A little bit of history and an explanation of how analog devices work versus how digital devices work is essential to understand the differences between digital and analog hearing aids. Analog technology appeared first, and as a result most hearing aids were analog until digital signal processing (DSP) was invented, after which digital hearing aids appeared. The majority of (roughly 90%) hearing aids purchased in the US at this point are digital, although you can still find analog hearing aids because some people have a preference for them, and they’re often cheaper.
Analog hearing aids handle incoming sounds by taking the electrical sound waves as they emerge from a microphone and amplifying them “as is” before sending them to the speakers in your ears. On the other hand, digital hearing aids take the same sound waves from the microphone, however before amplifying them they turn the sound waves into the binary code of “bits and bytes” that all digital devices understand. After the sound has been digitized, the microchip within the hearing aid can process and manipulate the information in complex ways before transforming it back to analog sound and delivering it to the ears.
It is important to remember that analog and digital hearing aids serve the same purpose – they take sounds and amplify them so that you can hear them more easily. Both types of hearing aids can be programmed by the dispensers of the hearing aids to produce the sound quality desired by the user, and to develop settings ideal for different environments. As an example, there can be distinct settings for low-noise rooms like libraries, for busy restaurants, and for large areas like stadiums.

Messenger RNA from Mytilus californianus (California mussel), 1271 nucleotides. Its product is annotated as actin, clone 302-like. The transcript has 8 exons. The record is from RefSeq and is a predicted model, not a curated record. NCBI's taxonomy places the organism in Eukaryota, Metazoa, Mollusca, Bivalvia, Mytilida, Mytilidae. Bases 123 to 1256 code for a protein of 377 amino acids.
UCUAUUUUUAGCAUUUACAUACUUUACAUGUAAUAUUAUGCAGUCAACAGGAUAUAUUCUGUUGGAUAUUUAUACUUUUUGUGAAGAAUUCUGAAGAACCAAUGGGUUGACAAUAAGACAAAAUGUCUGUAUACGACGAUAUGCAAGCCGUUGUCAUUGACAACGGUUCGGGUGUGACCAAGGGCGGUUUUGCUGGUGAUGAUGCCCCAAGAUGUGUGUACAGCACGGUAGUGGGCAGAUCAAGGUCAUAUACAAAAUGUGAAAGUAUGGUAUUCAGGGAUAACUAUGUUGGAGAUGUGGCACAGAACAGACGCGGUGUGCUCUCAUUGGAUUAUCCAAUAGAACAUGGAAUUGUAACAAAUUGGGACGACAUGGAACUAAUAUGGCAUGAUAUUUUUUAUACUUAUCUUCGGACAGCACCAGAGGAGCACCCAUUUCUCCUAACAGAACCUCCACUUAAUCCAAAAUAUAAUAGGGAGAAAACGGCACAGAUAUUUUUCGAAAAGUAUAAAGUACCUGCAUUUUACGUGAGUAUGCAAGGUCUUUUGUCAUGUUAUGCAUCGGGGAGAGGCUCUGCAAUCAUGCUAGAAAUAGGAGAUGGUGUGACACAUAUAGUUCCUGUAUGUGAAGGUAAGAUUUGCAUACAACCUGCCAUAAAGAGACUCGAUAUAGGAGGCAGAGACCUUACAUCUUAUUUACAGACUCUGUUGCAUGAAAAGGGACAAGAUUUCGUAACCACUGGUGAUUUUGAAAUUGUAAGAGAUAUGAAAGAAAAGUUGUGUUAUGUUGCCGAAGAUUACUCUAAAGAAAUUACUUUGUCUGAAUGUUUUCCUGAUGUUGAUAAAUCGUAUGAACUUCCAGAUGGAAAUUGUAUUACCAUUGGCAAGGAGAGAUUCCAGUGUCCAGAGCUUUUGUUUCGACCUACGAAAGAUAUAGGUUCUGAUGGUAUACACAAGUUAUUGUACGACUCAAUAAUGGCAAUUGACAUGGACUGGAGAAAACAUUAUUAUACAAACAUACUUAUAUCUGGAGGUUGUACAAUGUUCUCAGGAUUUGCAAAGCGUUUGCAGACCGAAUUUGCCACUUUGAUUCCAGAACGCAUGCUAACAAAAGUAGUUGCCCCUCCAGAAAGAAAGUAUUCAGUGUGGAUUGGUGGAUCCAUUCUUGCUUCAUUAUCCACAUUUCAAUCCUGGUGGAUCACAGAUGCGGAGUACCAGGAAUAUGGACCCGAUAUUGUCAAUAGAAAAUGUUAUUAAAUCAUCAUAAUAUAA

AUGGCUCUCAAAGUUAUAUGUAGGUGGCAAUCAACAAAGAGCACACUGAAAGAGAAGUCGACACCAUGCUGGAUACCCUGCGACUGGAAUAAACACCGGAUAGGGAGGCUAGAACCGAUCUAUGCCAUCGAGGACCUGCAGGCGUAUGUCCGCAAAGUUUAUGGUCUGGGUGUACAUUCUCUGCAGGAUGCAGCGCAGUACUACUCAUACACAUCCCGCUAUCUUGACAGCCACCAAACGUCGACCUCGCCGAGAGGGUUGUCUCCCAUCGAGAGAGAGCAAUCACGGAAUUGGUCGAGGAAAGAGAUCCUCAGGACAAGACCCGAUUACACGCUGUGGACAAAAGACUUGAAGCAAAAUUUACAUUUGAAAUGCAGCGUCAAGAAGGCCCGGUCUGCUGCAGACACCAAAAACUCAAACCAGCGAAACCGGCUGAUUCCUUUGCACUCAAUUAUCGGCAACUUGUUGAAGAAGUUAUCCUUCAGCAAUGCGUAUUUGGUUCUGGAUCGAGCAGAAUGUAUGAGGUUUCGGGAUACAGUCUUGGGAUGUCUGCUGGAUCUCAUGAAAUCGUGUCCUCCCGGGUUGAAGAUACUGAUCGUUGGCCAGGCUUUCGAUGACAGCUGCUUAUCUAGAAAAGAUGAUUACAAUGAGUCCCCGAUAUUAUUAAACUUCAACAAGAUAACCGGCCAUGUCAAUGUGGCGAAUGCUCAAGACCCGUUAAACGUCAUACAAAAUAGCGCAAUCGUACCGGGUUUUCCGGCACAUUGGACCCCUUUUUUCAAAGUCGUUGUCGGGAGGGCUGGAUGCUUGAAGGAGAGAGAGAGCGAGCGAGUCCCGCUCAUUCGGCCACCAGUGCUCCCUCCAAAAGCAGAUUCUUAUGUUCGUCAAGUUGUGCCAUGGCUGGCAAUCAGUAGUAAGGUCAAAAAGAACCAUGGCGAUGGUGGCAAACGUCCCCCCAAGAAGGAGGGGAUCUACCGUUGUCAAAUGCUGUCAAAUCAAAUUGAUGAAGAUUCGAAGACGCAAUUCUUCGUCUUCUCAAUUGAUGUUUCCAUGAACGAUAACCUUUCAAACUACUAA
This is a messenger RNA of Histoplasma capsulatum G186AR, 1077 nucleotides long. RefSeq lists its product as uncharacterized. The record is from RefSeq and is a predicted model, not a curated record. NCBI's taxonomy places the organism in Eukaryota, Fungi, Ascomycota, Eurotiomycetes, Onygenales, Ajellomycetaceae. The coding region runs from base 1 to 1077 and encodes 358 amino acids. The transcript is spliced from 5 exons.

Digital hearing aids, because of their ability to manipulate the sounds in digital form, generally have more features and flexibility, and are often user-configurable. They have an array of memories in which to save more environment-specific settings than analog hearing aids. They can also employ sophisticated rules to identify and reduce background noise, to remove feedback and whistling, or to selectively detect the sound of human voices and “follow” them using directional microphones.
In terms of price, analog hearing aids are in most cases cheaper, although some digital hearing aids are approaching the cost of analog devices by eliminating the more advanced features. There is commonly a noticable difference in sound quality, but the question of whether analog or digital is “better” is entirely up to the wearer, and the ways that they are used .